Will there be three Dutertes in the Senate? | Inquirer Opinion
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Will there be three Dutertes in the Senate?

Vice President Sara Duterte detonated two bombshells last week. First, she disclosed that her father and two brothers will all run for senator in the 2025 elections. Second, she divulged that her brother, Davao City Mayor Sebastian “Baste” Duterte, is eyeing a presidential bid in 2028.

VP Sara repeated her revelations, four days later on June 29, that three Dutertes will vie for Senate seats in the midterm elections. They are former president Rodrigo Duterte, Davao Rep. Paolo “Pulong” Duterte, and Mayor Baste. On the next day, however, former president Duterte contradicted his daughter and said that he’s finished with politics and will not run for the Senate. The former president’s denial is bereft of value, judging by his history of unreliable disavowals.

There are many interpretations that can be made of VP Sara’s revelations. She may merely be deflecting the barrage of attacks against her after her resignation as education secretary. The Duterte family may have released a trial balloon to test public opinion on the viability of fielding three family members for the Senate. The announcement may have been made to instill fear among Duterte critics because it warns every one of the possibility that they can return to Malacañang, in which event there will be vengeance for those who persecute them.

The Senate has been a family affair for some time now. In the beginning, it was a case of a family member who has finished the limit of two terms, being succeeded by another family member. More recently, there have been multiple cases of two family members serving at the same time. There’s sister-brother Pia Cayetano and Alan Peter Cayetano, the duo brothers Jinggoy Estrada and JV Ejercito, and mother-son Cynthia Villar and Mark Villar. If the Dutertes succeed in clinching three Senate seats next year, it’s another degenerative evolution in the kind of Senate that we now have.

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But more than recording an unprecedented feat, the election of three Duterte senators will reverberate with strong political implications. It will mean two things. One, the Dutertes remain strong contenders to retake the presidency in 2028 despite efforts to sideline them. Two, there’s widespread people’s dissatisfaction with the Marcoses. The strong showing of the Dutertes will be fueled by disenchantment with the Marcoses for the latter’s failure to improve the people’s lot.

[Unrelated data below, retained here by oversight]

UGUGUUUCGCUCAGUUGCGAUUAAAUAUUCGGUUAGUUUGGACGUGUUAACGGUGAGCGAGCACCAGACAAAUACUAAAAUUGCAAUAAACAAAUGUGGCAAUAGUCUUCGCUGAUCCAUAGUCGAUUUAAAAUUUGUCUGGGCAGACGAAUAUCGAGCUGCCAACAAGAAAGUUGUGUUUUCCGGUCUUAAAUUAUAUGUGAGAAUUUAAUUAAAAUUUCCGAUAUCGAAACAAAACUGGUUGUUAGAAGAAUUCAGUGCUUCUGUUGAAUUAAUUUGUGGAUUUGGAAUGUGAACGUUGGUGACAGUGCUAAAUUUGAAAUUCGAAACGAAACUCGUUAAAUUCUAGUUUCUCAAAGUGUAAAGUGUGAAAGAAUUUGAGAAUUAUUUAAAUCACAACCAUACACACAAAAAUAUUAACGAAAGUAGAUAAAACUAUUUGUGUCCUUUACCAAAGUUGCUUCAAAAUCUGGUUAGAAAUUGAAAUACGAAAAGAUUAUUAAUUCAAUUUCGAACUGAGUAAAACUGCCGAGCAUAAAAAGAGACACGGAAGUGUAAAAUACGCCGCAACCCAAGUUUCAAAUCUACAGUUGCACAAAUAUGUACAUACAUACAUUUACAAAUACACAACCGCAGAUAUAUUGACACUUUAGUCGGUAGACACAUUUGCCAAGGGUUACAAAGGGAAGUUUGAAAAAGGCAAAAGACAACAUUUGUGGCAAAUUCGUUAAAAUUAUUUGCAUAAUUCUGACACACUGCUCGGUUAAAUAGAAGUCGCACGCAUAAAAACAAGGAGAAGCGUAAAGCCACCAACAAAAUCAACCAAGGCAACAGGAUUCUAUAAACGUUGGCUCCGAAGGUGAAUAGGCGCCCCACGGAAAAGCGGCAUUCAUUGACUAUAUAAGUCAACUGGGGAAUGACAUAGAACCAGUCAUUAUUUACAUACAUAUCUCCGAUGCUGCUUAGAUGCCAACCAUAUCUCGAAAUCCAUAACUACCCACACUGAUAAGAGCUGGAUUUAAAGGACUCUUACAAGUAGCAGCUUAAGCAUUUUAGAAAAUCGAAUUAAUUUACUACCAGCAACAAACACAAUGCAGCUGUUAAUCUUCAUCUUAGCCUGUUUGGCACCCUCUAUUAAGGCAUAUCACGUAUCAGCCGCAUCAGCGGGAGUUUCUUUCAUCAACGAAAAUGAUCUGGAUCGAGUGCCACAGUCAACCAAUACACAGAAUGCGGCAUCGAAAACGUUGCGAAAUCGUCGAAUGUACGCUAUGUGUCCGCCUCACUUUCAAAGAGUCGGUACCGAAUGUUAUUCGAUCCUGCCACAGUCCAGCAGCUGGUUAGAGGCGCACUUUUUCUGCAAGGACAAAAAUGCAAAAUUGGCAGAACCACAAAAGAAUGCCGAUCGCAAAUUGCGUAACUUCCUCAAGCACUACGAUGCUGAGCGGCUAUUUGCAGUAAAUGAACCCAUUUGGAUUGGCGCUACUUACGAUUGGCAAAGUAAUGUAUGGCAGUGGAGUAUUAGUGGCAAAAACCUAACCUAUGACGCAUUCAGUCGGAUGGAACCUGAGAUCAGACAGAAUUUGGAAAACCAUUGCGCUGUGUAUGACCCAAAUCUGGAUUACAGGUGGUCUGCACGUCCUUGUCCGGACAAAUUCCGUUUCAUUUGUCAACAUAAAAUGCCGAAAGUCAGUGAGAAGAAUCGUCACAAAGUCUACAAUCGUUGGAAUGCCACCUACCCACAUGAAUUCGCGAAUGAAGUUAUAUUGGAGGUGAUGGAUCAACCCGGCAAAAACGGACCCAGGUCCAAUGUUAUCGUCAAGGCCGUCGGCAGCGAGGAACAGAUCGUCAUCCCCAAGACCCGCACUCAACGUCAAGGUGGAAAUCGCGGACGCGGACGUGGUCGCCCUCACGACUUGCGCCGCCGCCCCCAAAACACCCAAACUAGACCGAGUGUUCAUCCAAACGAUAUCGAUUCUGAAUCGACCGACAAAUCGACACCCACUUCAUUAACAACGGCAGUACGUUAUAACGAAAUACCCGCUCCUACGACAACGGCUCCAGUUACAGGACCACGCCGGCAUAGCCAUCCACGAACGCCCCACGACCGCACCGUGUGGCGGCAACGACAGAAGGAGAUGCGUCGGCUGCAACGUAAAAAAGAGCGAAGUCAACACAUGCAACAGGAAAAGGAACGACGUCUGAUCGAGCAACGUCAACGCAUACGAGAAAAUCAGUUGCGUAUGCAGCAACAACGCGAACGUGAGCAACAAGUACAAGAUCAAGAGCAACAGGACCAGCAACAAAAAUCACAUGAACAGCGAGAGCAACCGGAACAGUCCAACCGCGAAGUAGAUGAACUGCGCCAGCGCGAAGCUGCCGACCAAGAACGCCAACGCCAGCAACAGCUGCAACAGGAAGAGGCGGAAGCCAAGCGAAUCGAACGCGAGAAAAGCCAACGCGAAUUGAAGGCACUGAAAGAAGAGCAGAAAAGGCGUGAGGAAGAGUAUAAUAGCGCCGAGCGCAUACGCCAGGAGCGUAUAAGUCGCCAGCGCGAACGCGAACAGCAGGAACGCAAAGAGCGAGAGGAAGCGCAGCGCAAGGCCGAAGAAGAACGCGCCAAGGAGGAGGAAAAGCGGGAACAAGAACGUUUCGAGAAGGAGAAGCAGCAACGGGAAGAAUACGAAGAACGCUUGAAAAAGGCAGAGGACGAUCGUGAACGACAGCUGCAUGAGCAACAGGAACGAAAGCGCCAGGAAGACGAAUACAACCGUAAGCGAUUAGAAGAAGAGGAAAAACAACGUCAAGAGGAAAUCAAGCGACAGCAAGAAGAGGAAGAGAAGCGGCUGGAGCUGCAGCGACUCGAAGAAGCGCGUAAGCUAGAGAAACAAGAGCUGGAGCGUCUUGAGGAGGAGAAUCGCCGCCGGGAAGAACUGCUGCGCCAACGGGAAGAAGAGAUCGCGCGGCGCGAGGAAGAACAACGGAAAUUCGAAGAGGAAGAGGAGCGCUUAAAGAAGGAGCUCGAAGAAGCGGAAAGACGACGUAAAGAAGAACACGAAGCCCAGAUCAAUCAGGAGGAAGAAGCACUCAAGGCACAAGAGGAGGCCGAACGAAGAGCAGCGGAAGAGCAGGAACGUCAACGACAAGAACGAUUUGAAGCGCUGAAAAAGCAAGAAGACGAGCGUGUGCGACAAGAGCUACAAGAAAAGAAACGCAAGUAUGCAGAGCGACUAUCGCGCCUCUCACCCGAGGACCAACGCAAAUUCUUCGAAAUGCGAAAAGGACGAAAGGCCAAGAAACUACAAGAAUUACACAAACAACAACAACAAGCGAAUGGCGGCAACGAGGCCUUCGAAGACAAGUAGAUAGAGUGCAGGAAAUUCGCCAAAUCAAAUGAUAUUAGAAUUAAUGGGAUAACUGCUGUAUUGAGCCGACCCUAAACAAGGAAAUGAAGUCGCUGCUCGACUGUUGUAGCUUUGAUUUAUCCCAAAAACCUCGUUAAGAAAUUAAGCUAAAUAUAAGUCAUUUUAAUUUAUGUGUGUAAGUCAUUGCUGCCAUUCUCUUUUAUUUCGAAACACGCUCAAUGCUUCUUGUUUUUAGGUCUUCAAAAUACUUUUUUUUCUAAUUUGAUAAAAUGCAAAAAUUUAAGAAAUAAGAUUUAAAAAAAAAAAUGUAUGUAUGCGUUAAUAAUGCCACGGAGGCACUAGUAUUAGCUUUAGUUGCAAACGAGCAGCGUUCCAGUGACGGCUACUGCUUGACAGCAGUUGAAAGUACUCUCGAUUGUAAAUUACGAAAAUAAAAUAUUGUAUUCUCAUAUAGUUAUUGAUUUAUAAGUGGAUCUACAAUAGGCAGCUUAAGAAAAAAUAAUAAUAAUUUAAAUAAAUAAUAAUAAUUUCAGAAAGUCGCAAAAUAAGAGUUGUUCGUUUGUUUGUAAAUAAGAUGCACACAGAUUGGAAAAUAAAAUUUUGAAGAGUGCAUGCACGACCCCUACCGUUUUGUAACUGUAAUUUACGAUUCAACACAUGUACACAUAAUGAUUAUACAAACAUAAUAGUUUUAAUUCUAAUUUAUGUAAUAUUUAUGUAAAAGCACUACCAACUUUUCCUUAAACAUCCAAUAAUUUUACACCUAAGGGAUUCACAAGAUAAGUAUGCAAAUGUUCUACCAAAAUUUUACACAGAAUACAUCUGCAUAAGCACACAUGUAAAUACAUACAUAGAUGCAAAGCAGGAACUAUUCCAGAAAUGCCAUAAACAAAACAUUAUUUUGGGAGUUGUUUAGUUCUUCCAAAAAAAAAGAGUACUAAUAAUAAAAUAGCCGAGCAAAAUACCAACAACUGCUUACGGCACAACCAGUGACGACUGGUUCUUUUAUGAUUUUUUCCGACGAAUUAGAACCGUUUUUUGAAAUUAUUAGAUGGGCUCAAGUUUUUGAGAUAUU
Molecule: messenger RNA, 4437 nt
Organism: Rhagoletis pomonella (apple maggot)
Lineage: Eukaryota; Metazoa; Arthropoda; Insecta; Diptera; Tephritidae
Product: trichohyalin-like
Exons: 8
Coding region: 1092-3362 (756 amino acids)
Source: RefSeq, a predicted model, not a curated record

The election of three Duterte senators will send shivers down the spines of politicians who have suddenly found the voice to defy, abandon, or make the Dutertes accountable for their sins. These include Mindanao politicians who have dumped the Dutertes for the Marcoses, lawmakers who deprived Sara of confidential funds and who have been emboldened to investigate the bloody drug war campaign of the Duterte years, and members of the Marcos-Romualdez political dynasty who are ingrates in the eyes of the Dutertes.

The election of three Duterte senators will prompt the Marcoses to move heaven and earth to prevent the Dutertes from winning Malacañang in 2028 because that will greatly endanger both their political and physical survival. The Marcoses have four years remaining to throw everything, including the kitchen sink, to stop the Dutertes from retaking the presidency. This early, the Marcos camp will expectedly use all means to prevent the three Dutertes from even winning in the Senate.

On the other hand, if the Dutertes lose in 2025—or if only one of the three wins with unimpressive numbers—they will have diminished chances of retaking Malacañang in 2028.

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What about VP Sara’s disclosure that it will be Mayor Baste who will gun for the presidency in 2028, and not her? It’s a possible ruse to deflect critics’ attention from VP Sara in the meantime. But it’s equally possible that it’s true.

From what can be observed of VP Sara, she doesn’t have fire in her belly that makes her zealously determined in pursuing the presidency. She acts, looks, and sounds uninspired and unmotivated in seeking the country’s highest post. Her decision not to pursue the presidency in 2022—when she was survey frontrunner and her father was incumbent president—showed that she was unsure, nervous, and lacking in confidence. Her reliance on the politicians who convinced her to merely run for vice president, plus her blind trust that the Marcoses will show gratitude by supporting her in 2028, show her to be politically naïve. One also gets the impression that she’s ill at ease with a critical press and prickly opposition figures. Her stint as education secretary likewise demonstrated that she has inadequate skills and insufficient wherewithal to preside over a humongous bureaucracy. How much more the gargantuan and complex network of agencies of the national government?

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This early, a blockbuster fight looms large in our country’s political horizon. As in the past, the public will get entertained but everyone will go home empty-handed, except for the winning candidate’s camp.

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